Taiwan Prosecutors Accuse China’s Bitmain of Illegally Poaching TSMC, MediaTek Engineers
Bitmain, a Beijing-based company best known for producing hardware for cryptocurrency mining, set up front companies in Taiwan in contravention of local law to hire semiconductor engineers with lucrative pay packages to develop AI technology for export to China, prosecutors in Taiwan allege.
According to local media reports, Bitmain set up two front companies in Taiwan under the names IC Link Limited Company and WiseCore to hire top engineers from Taiwan Semiconductor Manufacturing Company (TPE:2330) and MediaTek (TPE:2454). Although it isn’t illegal for China-based companies to set up branch offices in Taiwan, it requires registration with the government and it’s closely monitored under provisions in the Act Governing Relations between the People of the Taiwan Area and the Mainland Area. Setting up research hubs for semiconductor technology export to China is not allowed. Likewise, it’s not illegal for Taiwanese to work for China-based semiconductor companies (SMIC reportedly has a ‘little Taipei’ food court at its office) but this is closely monitored, and work in certain sensitive sectors is not allowed.
"We discovered that Bitmain has been poaching Taiwanese research and development talent to speed up its efforts on artificial intelligence chip capability by illegally setting up companies in Taiwan," a spokeswoman of the New Taipei Prosecutors Office told Nikkei Asia. "The newly established companies served a headhunting purpose and the timespan of what Bitmain did dates back to 2018."
Both TSMC and MediaTek were aware that Zhijia and Xindao 2 were poaching staff at highly lucrative salaries — reportedly between $250,000 and $400,000 — and sent letters to departing staff reminding them to abide by signed Non-Disclosure Agreements. The two companies also suspected these NDAs were being breached and complained to the Taiwanese Fair Trade Commission and Ministry of Economic Affairs, which kicked off an investigation that later determined that these two firms were fronts for a China-based company.
But Isn’t Bitmain a Crypto Mining Company?
Although Bitmain is best known for its crypto mining hardware, such as the Antminer series, the company is looking to expand past the cryptocurrency industry due to its volatility and uncertain legal status in China.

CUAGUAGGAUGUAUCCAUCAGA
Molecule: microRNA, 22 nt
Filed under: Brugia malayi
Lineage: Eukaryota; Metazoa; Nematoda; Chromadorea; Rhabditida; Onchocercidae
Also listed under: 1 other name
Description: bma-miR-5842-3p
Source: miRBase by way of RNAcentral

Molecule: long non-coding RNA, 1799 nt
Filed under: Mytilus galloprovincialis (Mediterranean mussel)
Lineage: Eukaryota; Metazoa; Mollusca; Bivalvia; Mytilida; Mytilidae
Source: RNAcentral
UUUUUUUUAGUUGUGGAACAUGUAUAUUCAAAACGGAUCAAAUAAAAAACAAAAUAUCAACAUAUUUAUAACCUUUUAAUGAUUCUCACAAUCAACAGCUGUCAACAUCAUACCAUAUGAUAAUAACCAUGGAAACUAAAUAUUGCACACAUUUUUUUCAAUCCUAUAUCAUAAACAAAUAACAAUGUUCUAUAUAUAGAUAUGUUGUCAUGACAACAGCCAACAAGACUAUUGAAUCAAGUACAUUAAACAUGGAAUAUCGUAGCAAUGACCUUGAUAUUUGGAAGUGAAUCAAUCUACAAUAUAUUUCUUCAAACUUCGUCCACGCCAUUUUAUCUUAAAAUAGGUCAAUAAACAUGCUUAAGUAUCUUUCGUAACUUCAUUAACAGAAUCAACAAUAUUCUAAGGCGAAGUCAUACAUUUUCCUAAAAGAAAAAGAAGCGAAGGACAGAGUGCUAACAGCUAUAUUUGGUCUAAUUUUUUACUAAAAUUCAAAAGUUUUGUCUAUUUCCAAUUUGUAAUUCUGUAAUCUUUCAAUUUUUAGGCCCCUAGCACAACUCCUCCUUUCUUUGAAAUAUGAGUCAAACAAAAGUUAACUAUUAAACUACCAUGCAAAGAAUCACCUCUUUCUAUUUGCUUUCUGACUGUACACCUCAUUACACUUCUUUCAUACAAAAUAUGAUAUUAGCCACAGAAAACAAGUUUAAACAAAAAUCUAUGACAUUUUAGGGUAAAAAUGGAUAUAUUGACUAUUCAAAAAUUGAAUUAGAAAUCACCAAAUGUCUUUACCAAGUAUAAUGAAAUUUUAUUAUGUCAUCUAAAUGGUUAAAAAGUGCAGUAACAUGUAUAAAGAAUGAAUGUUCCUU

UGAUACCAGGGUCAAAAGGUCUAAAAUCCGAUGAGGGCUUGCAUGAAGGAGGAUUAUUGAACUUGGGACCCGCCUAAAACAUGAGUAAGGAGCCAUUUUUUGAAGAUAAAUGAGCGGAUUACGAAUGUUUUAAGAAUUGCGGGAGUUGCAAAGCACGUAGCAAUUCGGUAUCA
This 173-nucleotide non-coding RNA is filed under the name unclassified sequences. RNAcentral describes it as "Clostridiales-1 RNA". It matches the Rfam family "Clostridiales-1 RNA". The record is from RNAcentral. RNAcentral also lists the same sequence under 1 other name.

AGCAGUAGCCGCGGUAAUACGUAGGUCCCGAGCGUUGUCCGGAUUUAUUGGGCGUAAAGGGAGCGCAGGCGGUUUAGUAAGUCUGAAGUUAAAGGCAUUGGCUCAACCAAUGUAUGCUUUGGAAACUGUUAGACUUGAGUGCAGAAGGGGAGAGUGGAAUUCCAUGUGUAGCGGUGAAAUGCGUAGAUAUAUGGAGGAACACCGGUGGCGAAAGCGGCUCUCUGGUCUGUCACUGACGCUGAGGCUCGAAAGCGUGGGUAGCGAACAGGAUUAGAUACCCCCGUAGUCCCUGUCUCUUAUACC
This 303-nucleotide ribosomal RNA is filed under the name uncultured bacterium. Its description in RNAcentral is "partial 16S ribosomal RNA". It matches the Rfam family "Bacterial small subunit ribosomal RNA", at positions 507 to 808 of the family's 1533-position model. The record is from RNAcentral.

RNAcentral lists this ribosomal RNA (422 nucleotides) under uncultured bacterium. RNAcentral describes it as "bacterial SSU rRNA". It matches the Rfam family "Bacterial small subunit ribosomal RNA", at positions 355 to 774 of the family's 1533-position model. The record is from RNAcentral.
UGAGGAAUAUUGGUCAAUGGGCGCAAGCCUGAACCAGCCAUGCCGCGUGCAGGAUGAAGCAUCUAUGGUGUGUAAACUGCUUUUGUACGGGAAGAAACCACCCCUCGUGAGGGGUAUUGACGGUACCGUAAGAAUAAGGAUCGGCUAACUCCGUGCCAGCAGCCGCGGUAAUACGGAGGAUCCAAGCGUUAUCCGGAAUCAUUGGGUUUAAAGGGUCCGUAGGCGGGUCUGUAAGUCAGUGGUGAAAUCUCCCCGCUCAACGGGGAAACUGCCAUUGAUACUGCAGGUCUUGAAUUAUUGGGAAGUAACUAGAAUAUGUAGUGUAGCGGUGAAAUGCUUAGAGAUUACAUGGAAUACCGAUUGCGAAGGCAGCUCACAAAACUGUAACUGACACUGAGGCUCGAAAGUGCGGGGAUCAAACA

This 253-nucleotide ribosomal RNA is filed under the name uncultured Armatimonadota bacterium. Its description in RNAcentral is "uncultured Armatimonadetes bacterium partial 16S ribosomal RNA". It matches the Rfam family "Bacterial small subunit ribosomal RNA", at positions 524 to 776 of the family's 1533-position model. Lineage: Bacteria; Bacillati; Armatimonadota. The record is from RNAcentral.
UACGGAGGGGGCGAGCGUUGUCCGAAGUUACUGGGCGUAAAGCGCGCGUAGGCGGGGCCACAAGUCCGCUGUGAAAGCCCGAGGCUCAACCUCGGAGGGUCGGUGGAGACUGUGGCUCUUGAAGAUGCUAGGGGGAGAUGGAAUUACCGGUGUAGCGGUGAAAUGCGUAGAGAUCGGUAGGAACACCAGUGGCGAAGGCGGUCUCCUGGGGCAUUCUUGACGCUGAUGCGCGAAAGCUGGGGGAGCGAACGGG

Mining bitcoin isn’t outright banned in China, but the government is making it as difficult as possible for firms in the sector by doing things like prohibiting the companies from operating in Inner Mongolia, known for its cheap coal power, under the pretense of lowering the area’s carbon footprint or blocking OTC crypto markets in-country making the freshly mined bitcoin illiquid.
One of Bitmain’s key competitors, the publicly-listed Canaan (NASDAQ:CAN), has been pushing hard to diversify outside of the bitcoin mining space. As part of Canaan’s IPO pitch, it sold investors on its fundraise by saying it will use some of the capital to diversify into the AI and Big Data space. The same Application-Specific Integrated Circuits (ASICs) it, and firms like Bitmain, create to mine crypto can be modified to allow processors to crunch through AI algorithms with ease (to further augment GPGPU compute in data centers).
Bitmain might also have been trying to establish a stronger foothold in Taiwan to be better able to source silicon for its primary business line. China’s SMIC, its closest competitor to TSMC, lags significantly behind in process node technology and many miners based in China fear that another round of trade sanctions might cut them off entirely from their crucial supply.
Why Do Taiwanese Work for Chinese Technology Companies?
With frequent threats by Beijing against its sovereignty, some might find it strange that Taiwanese would want to work for companies that are based in China.
It comes down to pay. Taiwanese management is notorious for being extraordinarily stingy with wages not keeping up with inflation. Median wages in the country are just north of $1,700 a month (50,000 NTD) and it's common for China-based firms to lure employees, even recent graduates, over to the other side with pay packages that are double or triple the norm in Taiwan. Analysts at the Taiwan Institute of Economic Research say that 3,000 engineers have departed the country for China with others headed to Silicon Valley, San Diego, or Texas.
Some engineers don't want to depart Taiwan for China, so a front company was seen as the next best thing. Taiwan's talent can still be tapped, and crucial IP exported.
TSMC is aware of this and has pledged major salary increases to remain competitive, but these salaries are still not in line with what Chinese firms are offering. Until TSMC, and other firms in Taiwan, realize that people will naturally be attracted to higher-paying firms expect this trend to continue.
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